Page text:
On Thursday, the Department of Justice filed a lawsuit against Texas’ S.B. 8, which bans abortion after six weeks with no exception for rape or incest. The DOJ’s intervention came a week after the Supreme Court refused to block the law by a 5–4 vote on account of “complex and novel” procedural questions. Because it represents the United States, the Justice Department has certain advantages over the private plaintiffs who brought the suit that failed to stop the law, including the ability to sue Texas directly. But it is unclear whether Attorney General Merrick Garland’s gambit will succeed—or hand SCOTUS an opportunity to further insulate S.B. 8 from judicial review.
Unlike most abortion bans, S.B. 8 is not enforced by the state, but by private citizens. It empowers random people to file $10,000 lawsuits against anyone who performs an abortion after six weeks, as well as anyone who “aids or abets” one. Because of this convoluted structure, it’s unclear who, exactly, abortion providers can sue to halt the measure’s implementation, which was a deliberate strategy to get it through. Typically, providers would sue state officials tasked with implementing the ban, but these officials have no power to implement S.B. 8; enforcement lies solely in the hands of bounty hunters. So, instead, the clinics sued the Texas judges who would impose the $10,000 fines against abortion providers and “abettors,” as well as clerks of the court. In a cryptic, one-paragraph order, the Supreme Court rejected this theory, allowing the law to take effect. The state’s abortion providers promptly shut their doors, making nearly all abortions inaccessible in Texas for the first time since Roe v. Wade came down in 1973.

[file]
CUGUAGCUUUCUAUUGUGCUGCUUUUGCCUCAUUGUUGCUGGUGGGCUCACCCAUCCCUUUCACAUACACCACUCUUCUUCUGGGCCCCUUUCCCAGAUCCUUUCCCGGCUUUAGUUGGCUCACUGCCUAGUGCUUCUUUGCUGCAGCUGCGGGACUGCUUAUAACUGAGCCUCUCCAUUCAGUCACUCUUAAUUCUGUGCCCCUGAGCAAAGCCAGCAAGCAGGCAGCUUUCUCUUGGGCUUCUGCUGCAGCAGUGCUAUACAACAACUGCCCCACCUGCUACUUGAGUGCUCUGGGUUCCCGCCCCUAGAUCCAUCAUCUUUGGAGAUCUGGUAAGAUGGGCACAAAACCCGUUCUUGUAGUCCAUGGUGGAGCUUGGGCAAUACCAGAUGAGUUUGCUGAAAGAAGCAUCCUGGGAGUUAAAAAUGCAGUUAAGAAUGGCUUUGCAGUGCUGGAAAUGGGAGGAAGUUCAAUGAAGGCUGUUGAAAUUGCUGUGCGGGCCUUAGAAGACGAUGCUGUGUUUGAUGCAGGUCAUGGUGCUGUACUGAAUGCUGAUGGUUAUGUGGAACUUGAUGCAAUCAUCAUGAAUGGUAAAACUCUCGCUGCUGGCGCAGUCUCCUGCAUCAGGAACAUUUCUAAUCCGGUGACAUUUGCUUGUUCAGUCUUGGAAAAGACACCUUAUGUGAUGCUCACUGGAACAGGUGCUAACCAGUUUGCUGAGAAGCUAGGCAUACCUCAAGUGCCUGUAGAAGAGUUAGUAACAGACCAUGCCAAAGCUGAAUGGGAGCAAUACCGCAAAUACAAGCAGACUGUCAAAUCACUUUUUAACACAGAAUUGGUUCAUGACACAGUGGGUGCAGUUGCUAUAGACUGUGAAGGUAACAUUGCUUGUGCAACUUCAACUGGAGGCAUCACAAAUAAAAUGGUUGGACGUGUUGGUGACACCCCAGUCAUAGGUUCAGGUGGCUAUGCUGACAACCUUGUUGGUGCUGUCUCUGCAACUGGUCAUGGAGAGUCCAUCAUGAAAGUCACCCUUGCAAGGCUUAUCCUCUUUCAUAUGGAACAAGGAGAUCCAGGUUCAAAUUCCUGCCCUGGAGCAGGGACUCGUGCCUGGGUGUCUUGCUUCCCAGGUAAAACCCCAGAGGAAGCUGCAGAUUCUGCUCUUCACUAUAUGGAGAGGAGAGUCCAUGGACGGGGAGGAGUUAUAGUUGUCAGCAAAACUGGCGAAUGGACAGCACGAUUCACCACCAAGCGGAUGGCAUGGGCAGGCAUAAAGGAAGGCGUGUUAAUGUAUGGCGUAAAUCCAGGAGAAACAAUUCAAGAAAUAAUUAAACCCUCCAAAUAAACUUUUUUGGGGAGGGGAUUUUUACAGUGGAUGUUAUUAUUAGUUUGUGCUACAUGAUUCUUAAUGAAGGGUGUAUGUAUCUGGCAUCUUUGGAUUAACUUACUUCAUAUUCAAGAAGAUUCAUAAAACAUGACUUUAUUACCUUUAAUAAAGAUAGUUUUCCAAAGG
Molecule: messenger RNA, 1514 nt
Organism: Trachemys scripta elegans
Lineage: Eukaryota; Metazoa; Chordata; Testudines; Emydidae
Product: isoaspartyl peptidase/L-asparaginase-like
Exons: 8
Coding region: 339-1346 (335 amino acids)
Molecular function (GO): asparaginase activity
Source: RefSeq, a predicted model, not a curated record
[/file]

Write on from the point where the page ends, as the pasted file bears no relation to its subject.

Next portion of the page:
After a week of outrage from the left (and lies from the right), the DOJ has now stepped in with a different approach to combat the state’s “open defiance of the Constitution”—suing Texas directly. It put forth several different reasons the federal government has standing to litigate this case, and how a court could block S.B. 8 without running into a procedural roadblock. The agency argued that “the United States may vindicate its interest in preventing Texas from effecting” a law “that flagrantly infringes the constitutional rights of the public at large and seeks to block the injured members of the public from challenging that law in court.” It also identified multiple programs funded by the federal government that “abet” abortion in violation of S.B. 8. For instance, the Job Corps and the Office of Refugee Resettlement require contractors to allow access to abortion; the Bureau of Prisons must let incarcerated people terminate pregnancies; and the Centers for Medicare & Medicaid Services compels Medicaid coverage of abortions due to rape or incest.
Under the doctrines of preemption and intergovernmental immunity, a state cannot interfere with the duties of the federal government, including federal contractors. Yet S.B. 8 would prohibit the government from carrying out these programs within Texas wherever they facilitate abortion. So the Justice Department has a very strong argument against the measure insofar as it hampers the United States’ own obligations. As the lawsuit puts it, S.B. 8 constitutes “an unlawful direct regulation of the federal government” that seeks to illegally “interfere with and frustrate” its duties.